Lake Michigan seasonal water levels rise – the good, the bad and the ugly?
Lake Michigan has rebounded from a record low in 2013. What are some of the issues now that the seasonal rise has begun?
Following the winter season, information from the coordinated gauges on Lakes Michigan (and Huron – as you know, they’re just one big hydrologic lake joined at the Straits of Mackinaw!) show the annual seasonal rise has begun. This rise typically begins in April as snow has melted from the Lake Superior and Michigan watershed areas and, combined with spring rains, and the waters are more fully entering the Great Lakes. A wonderful long-term data set exists for lake levels on Lake Michigan-Huron and typically a 12 inch seasonal rise from the winter low levels into summer highs occurs.
Fellow Michigan Sea Grant Extension Senior Educator Steve Stewart recently reviewed why Great Lakes water levels change over different periods of time in earlier Michigan State University Extension articles (What’s up [or not], with Great Lakes water levels/Part 1, What’s up [or not] with Great Lakes water levels/Part 2), and Great Lakes water levels for the summer of 2015 - what’s up (or not)?.
The most recent six-month predictions by the U.S. Army Corps of Engineers show that Lake Michigan will probably stay in the area of 7 to 9 inches above the long-term average each month. Lake Michigan also has the highest variation of all the Great Lakes which is about 6-feet, 4-inches from the record monthly high (October, 1986, 582.35) to the record monthly low (2 years ago, January, 2013, 576.02). Many commercial shippers, recreational users, marinas and others describe a “sweet spot” of plus or minus 1 foot from the long-term average where access to the water, ability to load & carry cargo, and harbor mouth entrances is optimal.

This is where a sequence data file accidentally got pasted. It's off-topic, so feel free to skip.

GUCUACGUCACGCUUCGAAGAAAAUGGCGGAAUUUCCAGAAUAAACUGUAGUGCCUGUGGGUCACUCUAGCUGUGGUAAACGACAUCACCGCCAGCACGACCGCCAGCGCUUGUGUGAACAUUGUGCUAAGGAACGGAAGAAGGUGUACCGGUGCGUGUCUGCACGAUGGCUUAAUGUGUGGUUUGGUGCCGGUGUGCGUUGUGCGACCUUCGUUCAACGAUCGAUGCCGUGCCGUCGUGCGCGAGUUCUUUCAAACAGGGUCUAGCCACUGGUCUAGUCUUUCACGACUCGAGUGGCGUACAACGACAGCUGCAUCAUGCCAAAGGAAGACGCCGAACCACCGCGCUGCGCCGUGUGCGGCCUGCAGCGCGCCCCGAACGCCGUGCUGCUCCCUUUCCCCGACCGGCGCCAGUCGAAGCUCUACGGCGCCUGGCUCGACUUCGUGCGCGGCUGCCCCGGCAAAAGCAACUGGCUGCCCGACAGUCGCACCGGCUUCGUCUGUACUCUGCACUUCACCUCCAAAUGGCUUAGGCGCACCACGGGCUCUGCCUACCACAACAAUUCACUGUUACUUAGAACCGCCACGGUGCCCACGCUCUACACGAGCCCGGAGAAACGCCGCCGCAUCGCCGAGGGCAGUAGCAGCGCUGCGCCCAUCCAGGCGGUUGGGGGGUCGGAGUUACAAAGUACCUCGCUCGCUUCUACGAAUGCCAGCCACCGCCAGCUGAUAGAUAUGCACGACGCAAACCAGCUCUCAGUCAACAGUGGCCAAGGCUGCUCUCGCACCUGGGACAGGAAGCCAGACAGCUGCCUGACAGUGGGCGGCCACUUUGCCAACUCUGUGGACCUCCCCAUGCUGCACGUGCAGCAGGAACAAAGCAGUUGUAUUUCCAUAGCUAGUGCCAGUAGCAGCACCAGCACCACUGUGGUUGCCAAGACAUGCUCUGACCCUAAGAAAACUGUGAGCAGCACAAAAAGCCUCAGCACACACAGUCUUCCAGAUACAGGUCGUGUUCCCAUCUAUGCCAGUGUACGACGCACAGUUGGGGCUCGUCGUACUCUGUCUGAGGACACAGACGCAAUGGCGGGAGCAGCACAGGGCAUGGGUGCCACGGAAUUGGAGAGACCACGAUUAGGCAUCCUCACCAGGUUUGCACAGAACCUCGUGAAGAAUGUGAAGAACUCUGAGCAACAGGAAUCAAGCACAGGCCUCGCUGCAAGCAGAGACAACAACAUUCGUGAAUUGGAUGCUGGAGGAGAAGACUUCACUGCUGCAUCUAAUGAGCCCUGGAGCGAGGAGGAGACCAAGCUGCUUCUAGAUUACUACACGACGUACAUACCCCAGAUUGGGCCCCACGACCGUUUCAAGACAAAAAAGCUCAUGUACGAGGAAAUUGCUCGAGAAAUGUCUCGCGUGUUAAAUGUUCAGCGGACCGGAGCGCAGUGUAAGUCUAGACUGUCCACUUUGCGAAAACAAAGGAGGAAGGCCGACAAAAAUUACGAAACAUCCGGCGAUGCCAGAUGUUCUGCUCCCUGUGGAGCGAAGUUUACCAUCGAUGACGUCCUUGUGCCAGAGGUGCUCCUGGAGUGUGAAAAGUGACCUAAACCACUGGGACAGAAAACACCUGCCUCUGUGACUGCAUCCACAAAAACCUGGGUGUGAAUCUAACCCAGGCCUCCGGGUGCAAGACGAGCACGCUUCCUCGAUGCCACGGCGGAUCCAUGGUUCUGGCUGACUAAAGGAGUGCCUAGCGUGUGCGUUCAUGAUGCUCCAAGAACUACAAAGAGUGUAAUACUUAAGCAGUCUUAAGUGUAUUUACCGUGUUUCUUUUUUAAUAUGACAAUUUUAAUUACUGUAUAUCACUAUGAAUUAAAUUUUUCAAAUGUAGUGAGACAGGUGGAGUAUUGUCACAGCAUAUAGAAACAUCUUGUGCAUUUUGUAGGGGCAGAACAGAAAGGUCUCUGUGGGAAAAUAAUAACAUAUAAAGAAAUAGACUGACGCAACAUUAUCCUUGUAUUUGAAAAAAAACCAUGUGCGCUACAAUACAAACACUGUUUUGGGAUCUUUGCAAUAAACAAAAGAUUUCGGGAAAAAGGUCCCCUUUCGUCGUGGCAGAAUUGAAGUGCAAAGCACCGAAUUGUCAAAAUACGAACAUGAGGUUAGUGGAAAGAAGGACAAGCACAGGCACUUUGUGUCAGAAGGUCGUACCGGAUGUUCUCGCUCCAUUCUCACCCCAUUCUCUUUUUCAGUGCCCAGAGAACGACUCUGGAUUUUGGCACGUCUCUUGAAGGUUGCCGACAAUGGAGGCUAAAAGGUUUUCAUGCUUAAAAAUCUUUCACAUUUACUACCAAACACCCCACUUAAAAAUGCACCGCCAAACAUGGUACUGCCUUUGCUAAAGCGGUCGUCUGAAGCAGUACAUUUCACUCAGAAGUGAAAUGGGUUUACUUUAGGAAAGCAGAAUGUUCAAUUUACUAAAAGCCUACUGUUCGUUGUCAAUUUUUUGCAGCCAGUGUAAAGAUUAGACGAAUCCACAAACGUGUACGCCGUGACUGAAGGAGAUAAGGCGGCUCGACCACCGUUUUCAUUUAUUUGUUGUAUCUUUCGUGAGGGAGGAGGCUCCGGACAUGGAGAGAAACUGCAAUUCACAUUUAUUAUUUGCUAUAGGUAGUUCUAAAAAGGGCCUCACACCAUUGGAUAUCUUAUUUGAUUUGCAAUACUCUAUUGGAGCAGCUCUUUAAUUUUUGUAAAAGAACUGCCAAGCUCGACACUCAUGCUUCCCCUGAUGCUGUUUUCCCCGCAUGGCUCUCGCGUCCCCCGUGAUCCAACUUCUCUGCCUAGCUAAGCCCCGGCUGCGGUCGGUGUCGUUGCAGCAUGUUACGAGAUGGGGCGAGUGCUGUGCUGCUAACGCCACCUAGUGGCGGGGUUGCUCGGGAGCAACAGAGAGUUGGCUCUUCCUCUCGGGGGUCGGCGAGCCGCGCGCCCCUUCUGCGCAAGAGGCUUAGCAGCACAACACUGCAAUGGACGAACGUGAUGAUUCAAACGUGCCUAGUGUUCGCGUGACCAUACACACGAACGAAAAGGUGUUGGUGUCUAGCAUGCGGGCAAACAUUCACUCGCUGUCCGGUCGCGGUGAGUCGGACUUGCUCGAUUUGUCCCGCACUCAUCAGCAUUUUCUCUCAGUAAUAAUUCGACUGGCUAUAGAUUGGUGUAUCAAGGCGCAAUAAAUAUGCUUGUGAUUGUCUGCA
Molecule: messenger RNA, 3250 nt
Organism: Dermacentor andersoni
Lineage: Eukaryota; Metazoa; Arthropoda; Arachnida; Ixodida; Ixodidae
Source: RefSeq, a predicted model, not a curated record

If the lakes were to rise more than current models project and Lakes Michigan-Huron were to remain consistently over 12 inches above the long term average, educators at Michigan Sea Grant, NOAA, and other US/Canadian agencies may begin to change terminology and use the term “high” water and issues with coastal erosion could be paramount. However, even at today’s levels, localized places have significant erosion concerns.
In the tip of Leelanau County, near the Village of Northport, a prized coastal beach and access area is currently in danger due to erosion. Christmas Cove public access, a key Leelanau Township Park which was just recently expanded, is now at risk due to bluff erosion over the winter. The Township is currently trying to raise funds and install
an emergency interlocking steel sheet pilings at a cost of about $100,000 to protect a parking lot and restroom facilities.
Extended winds and storms kick up the waves which eat away at shoreline; and often just a few storms can do 80 to 95 percent of annual yearly erosion. Cities, townships, villages and shoreline owners need to be aware of three scenarios:
- The Lucky Scenario: no major extended storms and lake levels stay within the sweet spot
- The Likely Scenario: some extended storms occur and lake levels may go up or down from the sweet spot. Some damage will occur.
- The Perfect Storm: an extended storm, just the right direction for a long-period of time will occur with extensive precipitation, high levels and have major and long-term impact.
It may be impossible to fully prepare for a perfect storm scenario, but we would do well to take a good look and keep a good watch for likely impacts in 2015 and into 2016.
The Great Lake coasts are wonderful yet dynamic places to visit, enjoy, live and recreate. Let’s enjoy the current “sweet spot” levels as we conduct business, bring our families to swim and recreate, and watch with awe and amazement the power of wave energy along our shorelines.